His hand moved, creating a swath of dirt and water along the side of Fangline’s neck until it came to his face, which he clutched, knowing he would have to look at Fangline’s face now, for there was no where else to go. He would have to look into it and see it for what it was: a vortex of cruelty and madness.
So he did, and he didn’t find what he was looking for. Fangline’s eyes were wide, and Zedwig vaguely sensed that he was afraid. If he had been more tactically coherent, he would have known the absolute truth of this from the fact that Fangline had long since stopped talking, and had begun trembling violently. It was at this time that Fangline had no power over Zedwig, for as he trod on the line between life and death he was beyond all control.
Zedwig searched his eyes, looking and not finding, growing more impatient and desperate. It was gone; the evil didn’t reside in his eyes, and he found them not dark and horrible, but beautiful. Nothing but beauty stared back at him and he felt something twist inside of him; a tightening, and he suddenly knew he would never be here again and nothing like this would ever be possible again for the rest of his life, however brief that might be.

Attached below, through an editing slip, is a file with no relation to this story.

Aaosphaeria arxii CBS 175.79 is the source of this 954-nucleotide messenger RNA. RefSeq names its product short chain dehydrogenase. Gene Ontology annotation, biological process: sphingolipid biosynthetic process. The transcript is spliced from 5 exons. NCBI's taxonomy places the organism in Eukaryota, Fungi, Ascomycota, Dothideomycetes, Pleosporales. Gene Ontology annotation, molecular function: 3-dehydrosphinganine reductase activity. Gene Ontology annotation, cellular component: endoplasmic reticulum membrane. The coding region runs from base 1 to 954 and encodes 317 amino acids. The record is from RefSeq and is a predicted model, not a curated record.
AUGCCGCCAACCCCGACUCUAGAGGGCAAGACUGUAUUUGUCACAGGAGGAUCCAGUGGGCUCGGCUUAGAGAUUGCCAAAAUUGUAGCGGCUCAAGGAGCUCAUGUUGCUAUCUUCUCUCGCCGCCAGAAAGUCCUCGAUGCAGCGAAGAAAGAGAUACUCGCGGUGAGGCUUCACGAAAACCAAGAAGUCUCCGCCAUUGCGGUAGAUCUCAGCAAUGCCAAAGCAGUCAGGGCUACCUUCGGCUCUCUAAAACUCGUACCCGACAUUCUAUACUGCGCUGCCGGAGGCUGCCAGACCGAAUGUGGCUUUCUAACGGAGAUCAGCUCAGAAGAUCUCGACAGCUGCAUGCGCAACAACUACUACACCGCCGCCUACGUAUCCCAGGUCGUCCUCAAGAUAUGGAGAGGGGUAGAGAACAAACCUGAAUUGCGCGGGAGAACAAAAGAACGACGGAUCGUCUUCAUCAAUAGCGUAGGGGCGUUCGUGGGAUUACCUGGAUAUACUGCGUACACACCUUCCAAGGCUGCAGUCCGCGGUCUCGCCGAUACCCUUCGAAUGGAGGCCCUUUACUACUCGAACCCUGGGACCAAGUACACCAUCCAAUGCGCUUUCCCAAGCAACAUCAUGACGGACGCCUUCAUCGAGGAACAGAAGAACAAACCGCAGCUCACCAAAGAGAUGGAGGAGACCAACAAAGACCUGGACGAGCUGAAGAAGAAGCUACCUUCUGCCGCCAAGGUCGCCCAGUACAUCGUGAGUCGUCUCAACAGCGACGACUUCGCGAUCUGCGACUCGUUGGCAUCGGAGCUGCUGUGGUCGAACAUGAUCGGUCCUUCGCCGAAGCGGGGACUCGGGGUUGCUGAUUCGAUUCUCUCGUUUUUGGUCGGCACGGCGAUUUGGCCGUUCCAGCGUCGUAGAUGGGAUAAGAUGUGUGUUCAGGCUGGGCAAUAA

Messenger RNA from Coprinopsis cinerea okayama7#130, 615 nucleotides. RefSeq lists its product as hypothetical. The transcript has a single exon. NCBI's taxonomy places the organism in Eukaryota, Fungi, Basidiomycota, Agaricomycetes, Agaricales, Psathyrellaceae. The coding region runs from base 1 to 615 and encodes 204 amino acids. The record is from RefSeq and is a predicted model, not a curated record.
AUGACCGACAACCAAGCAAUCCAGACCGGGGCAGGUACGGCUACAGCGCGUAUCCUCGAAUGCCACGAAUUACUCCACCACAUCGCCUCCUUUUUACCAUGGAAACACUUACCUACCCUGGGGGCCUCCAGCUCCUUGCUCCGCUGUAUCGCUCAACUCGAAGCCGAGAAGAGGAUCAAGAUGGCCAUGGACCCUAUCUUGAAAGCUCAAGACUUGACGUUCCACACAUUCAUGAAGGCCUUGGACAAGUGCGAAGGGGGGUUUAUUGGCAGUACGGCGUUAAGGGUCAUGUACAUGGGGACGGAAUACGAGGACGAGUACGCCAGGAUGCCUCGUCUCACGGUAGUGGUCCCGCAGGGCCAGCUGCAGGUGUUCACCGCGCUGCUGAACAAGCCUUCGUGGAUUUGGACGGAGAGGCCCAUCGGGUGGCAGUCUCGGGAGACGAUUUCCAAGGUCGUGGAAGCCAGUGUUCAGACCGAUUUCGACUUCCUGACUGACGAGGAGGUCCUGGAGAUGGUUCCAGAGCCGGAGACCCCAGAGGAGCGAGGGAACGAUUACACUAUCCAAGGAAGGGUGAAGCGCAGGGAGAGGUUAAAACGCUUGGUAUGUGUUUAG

And so, as he was standing on a pinnacle, as he was nearly dead and also nearly alive, Zedwig’s determination sharpened to a razor’s edge and his will became far greater than Fangline’s, even beyond his magnification, and even beyond his artifact. Fangline was gone, trapped, and helpless, and were Zedwig of a clear mind it would have all been over.
However, the story can’t possibly end here.
Zedwig’s entire body was wreathed in magic and the glow echoed off the mist around them. If the mist hadn’t been quite so thick, it might have been evident from outside, but it was an extraordinarily soupish fog, and they were lost in nothing. He did nothing with the magic, however, except feel it. It was second nature; he didn’t even think about drawing it, for as he lingered near death, it was drawn to him and filled him, then radiated outward in soft, brilliant pulses, into Fangline, around Fangline, and then mixing with and drawing power from Fangline’s force itself. Fangline, for his part, was stiff, terrified, and certain the end was nigh.